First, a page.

(Editor’s note: This article is part of a Just Security series on the ongoing 7th Review of the United Nations Global Counter-Terrorism Strategy.)

The United Nations warns that acute hunger is set to soar in over 20 countries this year. Thirty-four million children, women, and men around the globe are already a step away from famine. Progress on reducing under-five child mortality is under threat for the first time in decades. A deadly combination of conflict, climate shocks, and COVID-19 is driving this unprecedented crisis. Humanitarian actors are ready to respond to save lives.

What stands in the way? Lack of political will, insufficient funding, and constraints on humanitarian access to the people in need. This final roadblock includes restrictions that were created by counterterrorism measures.

The current review of the U.N. Global Counter-Terrorism Strategy (GCTS), first adopted in 2006, by the General Assembly provides an opportunity to improve the protection of impartial humanitarian action that could save lives in the year ahead.

Groups designated as terrorist by the U.N., or labeled as such at national or regional levels, operate in many countries suffering from acute hunger. Counterterrorism measures are increasingly restricting humanitarian action, negatively impacting aid delivery, and posing security and legal risks to humanitarian actors and their operations, particularly local humanitarian actors.

Ill-defined or overly broad definitions of “terrorism,” “terrorist group,” and “material support and resources,” restrict and can even criminalize impartial humanitarian action with restrictive donor clauses, increasing operating costs, and leading to bank de-risking, where financial institutions deny the provision of services to humanitarian organizations working in areas where these groups operate. The inevitable result is “a chilling effect,” disincentivizing or preventing humanitarian actors from reaching populations in need and often fueling, rather than ending, cycles of violence.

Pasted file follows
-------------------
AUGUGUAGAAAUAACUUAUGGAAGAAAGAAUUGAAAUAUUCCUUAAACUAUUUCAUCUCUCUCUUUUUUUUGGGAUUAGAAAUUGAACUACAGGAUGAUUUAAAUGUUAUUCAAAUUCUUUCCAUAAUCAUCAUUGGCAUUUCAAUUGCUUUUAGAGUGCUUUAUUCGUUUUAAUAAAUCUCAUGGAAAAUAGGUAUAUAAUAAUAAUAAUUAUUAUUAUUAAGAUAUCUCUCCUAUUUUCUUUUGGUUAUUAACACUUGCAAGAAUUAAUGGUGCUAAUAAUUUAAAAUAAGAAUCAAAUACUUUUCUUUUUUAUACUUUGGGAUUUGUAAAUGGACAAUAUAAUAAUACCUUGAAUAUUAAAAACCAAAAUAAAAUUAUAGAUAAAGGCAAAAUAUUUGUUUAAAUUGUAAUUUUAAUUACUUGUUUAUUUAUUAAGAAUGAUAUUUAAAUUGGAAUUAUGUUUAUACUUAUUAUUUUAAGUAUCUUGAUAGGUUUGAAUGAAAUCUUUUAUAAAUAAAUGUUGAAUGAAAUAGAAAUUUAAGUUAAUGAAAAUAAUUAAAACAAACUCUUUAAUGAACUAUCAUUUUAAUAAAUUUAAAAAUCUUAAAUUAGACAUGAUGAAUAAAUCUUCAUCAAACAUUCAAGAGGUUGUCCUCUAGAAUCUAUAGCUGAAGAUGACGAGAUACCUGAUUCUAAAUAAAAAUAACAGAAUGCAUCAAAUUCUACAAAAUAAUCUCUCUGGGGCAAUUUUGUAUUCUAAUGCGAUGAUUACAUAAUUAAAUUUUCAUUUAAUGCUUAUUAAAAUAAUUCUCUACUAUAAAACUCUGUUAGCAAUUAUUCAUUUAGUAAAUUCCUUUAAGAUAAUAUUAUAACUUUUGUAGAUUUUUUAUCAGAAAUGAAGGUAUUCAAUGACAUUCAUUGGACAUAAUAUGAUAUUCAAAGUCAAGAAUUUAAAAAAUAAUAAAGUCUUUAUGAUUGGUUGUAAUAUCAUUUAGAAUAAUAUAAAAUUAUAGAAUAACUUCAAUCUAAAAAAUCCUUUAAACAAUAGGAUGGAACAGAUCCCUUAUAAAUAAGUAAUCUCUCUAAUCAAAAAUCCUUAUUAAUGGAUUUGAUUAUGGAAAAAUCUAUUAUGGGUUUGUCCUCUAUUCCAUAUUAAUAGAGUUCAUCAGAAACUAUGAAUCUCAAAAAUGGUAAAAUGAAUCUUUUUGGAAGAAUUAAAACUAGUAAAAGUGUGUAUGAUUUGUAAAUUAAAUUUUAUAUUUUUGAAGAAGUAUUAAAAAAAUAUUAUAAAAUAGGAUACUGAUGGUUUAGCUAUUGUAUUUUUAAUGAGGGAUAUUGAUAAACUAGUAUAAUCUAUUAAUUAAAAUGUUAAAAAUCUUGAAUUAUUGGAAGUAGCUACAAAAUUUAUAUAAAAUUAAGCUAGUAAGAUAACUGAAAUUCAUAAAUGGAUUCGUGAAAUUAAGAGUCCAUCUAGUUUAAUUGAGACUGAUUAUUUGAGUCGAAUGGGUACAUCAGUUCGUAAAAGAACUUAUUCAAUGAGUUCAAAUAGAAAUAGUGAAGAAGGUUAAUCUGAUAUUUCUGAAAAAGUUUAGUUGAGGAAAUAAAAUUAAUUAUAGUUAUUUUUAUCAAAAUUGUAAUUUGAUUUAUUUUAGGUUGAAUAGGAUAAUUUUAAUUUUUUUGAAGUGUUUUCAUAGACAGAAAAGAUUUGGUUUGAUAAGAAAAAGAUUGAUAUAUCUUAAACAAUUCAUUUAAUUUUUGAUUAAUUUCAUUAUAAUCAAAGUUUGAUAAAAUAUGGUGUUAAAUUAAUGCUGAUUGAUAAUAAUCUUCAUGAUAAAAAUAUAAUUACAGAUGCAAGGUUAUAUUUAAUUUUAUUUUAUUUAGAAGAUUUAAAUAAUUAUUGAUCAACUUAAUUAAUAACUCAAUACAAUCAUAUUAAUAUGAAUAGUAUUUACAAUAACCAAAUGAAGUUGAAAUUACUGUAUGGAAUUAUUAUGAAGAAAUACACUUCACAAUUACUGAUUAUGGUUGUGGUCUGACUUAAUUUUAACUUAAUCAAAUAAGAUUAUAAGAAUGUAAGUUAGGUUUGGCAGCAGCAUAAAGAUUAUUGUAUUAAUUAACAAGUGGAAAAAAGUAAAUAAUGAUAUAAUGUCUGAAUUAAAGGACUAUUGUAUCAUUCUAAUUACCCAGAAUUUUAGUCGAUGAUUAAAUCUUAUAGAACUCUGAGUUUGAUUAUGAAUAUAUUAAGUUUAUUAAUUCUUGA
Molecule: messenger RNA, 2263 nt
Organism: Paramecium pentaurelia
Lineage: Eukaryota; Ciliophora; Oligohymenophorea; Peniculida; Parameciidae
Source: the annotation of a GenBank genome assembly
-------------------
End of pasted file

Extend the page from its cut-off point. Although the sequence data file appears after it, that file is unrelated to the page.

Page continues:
The famine in Somalia in 2010-12 tragically embodied the growing tension between the requirements of global and national counterterrorism policies and humanitarian principles translated to practice. Restrictions imposed by counterterrorism legislation in the United States and the United Kingdom hindered the ability of many humanitarian actors to respond in regions of Somalia controlled by the militia al-Shabaab, penalizing vulnerable people living in those areas. An estimated 250,000 people died, making it the worst famine in the 21st century, so far.

The negative impact of counterterrorism policies on humanitarian action is increasingly understood and accepted by the international community. There have also been some positive developments in recent years, such as the adoption at national or regional levels of new legislation recognizing this impact and taking steps to minimize it, such as in the Chad and the European Union counterterrorism directive, and national level multi-stakeholder dialogues between government, humanitarian actors, and the private sector.

However, the overall picture is still a negative one given the lack of political will and limited steps taken by States to safeguard impartial humanitarian action – as the June 2020 report by the Security Council Counter-Terrorism Committee Executive Directorate (CTED) and the Committee pursuant to resolution 1267 shows. As a result, the tension between the obligations of States under international humanitarian law (IHL) to facilitate humanitarian action and counterterrorism regulations continues to grow, as highlighted by the U.N. special rapporteur on the promotion and protection of human rights while countering terrorism in a recent report.